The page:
Wong Kar-wai doesn’t produce films often, but when he does, they’re not like his own. For what it’s worth, One for the Road isn’t like a Baz Poonpiriya movie either, but with only two films under his belt coming in – a chamber horror and an academic crime caper – he has yet to establish a particular style, and it appears he’s exploring what that style may be. Regardless, after three completely different projects, it’s safe to say Poonpiriya doesn’t want to be boxed in as a specific kind of filmmaker, much like his iconic producer.
One for the Road follows Boss (Thanapob Leeratanakajorn) and Aood (Ice Natara), best friends who had a falling out years prior in New York City, after which Aood moved back to their home country, Thailand. Boss remained in New York, living it up as a ladies’ man in his penthouse apartment funded by his loaded family back home and crafting exquisite drinks for high-paying customers in dimly lit speakeasy lounges. Together, the two friends shared a dream of opening a sleek bar and slinging artisan cocktails in the Big Apple, but, as the many flashbacks inform, problems arose, and when I say problems, I mean girlfriends. Yes, like Scott Pilgrim.
When our leads reconnect in the opening act, Poonpiriya has already begun pulling heartstrings. Aood beckons Boss to return home for a final, literal drive down memory lane to revisit his four ex-girlfriends before cancer overtakes his body and the opportunity vanishes. Obliterated by the news, Boss hops on a plane, and next thing we know, we’re zipping through the gorgeous green country in a crème-colored vintage Beamer that will satisfy your most luxurious mid-century modern appetite.
One for the Road squeezes several subgenres into its unwieldy (for a Sundance movie, at least) runtime, the decade-spanning narrative leaving room for all kinds of expression in the immense ground it covers. At the outset, it oscillates between buddy comedy, meditative drama, and road trip adventure. Eventually, it works in metaphorical fantasy violence, tender romance, and family upheaval. But ultimately, One for the Road ends up being more soap opera than anything, and that happens to be its major flaw.
As the past is colored in through flashbacks, Boss and Aood’s joint journey adopts a corny, sour flavor that begins to taste more manipulative than earned, a la the poverty porn of Dan Fogelman, though Poonpiriya is savvy enough to keep viewers from This Is Us levels of trauma-building. However, it seems he didn’t quite know how to end his story and, as a result, he let cliché take the reins, adding on an entirely unaddressed act halfway through that becomes the long stretch (the entire second half) to the end when it would be better off as the finish line.
The camera movement throughout is incredibly dynamic. Cinematographer Phaklao Jiraungkoonkun pulls a new trick every few minutes in his visually stunning style. The Western-pop-laden soundtrack gives kinetic energy to the pace, and the smoky, elegant jazz music that the movie always settles back into transitions viewers seamlessly in and out of different moods, even if those moods end up feeling forced at times.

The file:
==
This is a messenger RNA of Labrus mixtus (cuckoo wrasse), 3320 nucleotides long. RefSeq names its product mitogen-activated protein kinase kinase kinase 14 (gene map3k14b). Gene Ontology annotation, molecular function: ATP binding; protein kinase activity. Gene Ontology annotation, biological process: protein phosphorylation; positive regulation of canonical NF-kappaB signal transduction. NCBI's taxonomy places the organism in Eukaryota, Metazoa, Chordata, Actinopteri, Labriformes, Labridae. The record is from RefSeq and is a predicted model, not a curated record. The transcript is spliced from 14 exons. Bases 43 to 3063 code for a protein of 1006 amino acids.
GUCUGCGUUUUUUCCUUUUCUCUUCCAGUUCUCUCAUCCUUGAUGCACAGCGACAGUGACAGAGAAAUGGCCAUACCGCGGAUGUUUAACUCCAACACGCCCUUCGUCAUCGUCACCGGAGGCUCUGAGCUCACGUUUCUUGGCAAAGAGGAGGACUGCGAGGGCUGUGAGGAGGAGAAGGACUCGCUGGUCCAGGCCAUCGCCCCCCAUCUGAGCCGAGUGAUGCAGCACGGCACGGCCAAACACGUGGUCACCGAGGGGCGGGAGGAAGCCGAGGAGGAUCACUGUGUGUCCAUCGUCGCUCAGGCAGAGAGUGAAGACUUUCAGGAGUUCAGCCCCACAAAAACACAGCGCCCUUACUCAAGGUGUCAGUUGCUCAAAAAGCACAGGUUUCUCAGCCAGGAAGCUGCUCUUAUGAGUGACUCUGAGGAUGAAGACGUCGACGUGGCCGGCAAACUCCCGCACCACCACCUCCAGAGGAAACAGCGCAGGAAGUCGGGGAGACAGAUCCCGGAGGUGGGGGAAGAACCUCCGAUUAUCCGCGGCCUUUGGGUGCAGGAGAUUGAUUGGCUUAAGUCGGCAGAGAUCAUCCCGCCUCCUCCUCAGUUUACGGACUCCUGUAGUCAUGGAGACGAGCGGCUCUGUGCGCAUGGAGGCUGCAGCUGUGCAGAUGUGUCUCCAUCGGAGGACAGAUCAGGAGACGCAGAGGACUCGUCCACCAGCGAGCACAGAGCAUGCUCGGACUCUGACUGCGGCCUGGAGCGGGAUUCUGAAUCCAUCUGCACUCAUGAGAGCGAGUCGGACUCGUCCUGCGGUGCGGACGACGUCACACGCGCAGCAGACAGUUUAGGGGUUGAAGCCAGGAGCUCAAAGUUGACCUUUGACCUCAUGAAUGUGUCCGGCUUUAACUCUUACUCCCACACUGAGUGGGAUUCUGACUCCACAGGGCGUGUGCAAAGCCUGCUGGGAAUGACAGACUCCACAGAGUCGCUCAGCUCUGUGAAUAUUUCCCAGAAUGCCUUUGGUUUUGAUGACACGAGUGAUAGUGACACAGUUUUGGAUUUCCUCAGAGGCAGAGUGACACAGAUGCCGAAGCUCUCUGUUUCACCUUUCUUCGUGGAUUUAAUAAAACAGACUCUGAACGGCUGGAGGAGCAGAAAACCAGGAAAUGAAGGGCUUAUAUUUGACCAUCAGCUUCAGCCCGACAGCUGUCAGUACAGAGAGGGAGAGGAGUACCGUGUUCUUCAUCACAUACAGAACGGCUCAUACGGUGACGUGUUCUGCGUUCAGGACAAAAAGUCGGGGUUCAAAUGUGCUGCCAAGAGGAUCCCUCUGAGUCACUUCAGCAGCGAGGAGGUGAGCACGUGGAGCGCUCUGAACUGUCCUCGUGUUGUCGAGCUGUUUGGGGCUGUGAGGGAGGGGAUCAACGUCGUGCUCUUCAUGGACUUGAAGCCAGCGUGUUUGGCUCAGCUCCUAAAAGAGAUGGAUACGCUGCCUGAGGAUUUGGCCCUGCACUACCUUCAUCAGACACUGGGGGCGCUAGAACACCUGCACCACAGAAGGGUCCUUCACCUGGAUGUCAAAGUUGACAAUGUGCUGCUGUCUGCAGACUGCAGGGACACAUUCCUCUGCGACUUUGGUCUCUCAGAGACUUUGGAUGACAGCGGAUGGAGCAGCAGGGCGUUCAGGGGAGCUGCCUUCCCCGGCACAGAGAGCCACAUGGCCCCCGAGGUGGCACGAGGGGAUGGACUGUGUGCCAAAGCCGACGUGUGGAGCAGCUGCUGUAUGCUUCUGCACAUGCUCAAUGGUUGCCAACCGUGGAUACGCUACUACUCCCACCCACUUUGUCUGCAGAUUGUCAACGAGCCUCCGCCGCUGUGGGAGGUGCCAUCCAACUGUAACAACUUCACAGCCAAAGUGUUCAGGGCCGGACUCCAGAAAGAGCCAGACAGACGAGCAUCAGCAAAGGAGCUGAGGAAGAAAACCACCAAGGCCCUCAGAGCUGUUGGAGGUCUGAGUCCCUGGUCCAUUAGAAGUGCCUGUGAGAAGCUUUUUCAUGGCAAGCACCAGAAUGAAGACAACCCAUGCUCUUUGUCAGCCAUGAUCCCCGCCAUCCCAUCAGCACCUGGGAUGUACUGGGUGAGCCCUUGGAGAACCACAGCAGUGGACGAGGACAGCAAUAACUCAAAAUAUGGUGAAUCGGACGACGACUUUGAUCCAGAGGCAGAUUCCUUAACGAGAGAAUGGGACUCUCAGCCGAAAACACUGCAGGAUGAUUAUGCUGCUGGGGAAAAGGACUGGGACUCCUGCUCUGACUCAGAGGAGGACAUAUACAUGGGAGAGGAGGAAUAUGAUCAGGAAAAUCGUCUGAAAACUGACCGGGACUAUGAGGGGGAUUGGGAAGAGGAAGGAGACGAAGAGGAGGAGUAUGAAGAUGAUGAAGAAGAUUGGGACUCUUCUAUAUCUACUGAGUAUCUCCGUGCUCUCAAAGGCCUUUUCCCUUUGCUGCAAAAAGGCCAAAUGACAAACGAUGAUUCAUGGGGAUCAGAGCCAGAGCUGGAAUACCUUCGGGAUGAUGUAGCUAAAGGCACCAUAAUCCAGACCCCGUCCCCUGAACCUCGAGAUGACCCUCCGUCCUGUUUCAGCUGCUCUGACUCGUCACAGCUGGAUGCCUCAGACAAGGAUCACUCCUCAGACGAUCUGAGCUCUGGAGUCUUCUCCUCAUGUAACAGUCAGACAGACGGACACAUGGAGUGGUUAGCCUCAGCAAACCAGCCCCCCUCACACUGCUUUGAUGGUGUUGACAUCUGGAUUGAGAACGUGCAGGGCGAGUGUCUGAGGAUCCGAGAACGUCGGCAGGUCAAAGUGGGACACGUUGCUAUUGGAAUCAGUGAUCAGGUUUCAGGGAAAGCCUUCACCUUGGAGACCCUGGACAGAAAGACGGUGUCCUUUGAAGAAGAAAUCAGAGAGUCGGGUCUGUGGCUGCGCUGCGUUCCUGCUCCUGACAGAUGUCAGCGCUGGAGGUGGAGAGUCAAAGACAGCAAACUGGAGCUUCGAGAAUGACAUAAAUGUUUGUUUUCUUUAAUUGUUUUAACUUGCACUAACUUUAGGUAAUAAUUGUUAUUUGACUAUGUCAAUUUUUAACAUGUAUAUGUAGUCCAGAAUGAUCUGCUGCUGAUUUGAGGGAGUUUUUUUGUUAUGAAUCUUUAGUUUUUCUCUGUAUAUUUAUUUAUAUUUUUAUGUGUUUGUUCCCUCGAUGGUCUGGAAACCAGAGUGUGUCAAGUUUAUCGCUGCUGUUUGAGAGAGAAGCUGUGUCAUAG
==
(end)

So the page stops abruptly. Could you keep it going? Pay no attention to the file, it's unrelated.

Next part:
The two friends bounce from one Aood ex to the next – a dancer, actor, mother (not his), and mystery, respectively – and as their stories unfold it becomes clear that the girlfriends were rarely the guys’ problem; rather, Aood and/or Boss were the girlfriends’ problem. But this isn’t a film about pointing fingers. Poonpiriya means to explore the vast expanse of possibilities that encapsulate the act of saying goodbye for good. From the torture of silence to the contentment of a last dance to the anticipated unveiling of long-held lies, there is no easy way to say goodbye. Herein lies the film’s greatest strength: the yearning it creates, finds, or resurrects in you for connection and reconciliation.
There is a slew of delicious cocktail-making montages that range from sensual to emotional to comical, but all of them will leave you desperately wanting not necessarily the drink so much as the night out with friends or lovers that lands it in front of you and makes the cocktail worth drinking. As Boss says, “A bar is not a place. It’s a bartender.” Poonpiriya uses the alchemical nature of cocktails to draw out our own memories over drinks and suggest another recipe for repair: humility, apology, patience.
So much of One for the Road will leave a pandemic-stricken world in heartache, fawning even for the heat of in-person conflict with friends and family who have had to remain at a distance. Poonpiriya distills that heartache five times into the purest, most intoxicating pain one can imbibe from the comfort of their couch, be it the pain of bastardized friendships or lovelorn loss. It’s not hard to recognize ourselves in the lies, the complexity of relationships, and the tendencies to dwell on the past. But, while well-worth the watch, it does become hard to stomach it after two hours and sixteen minutes.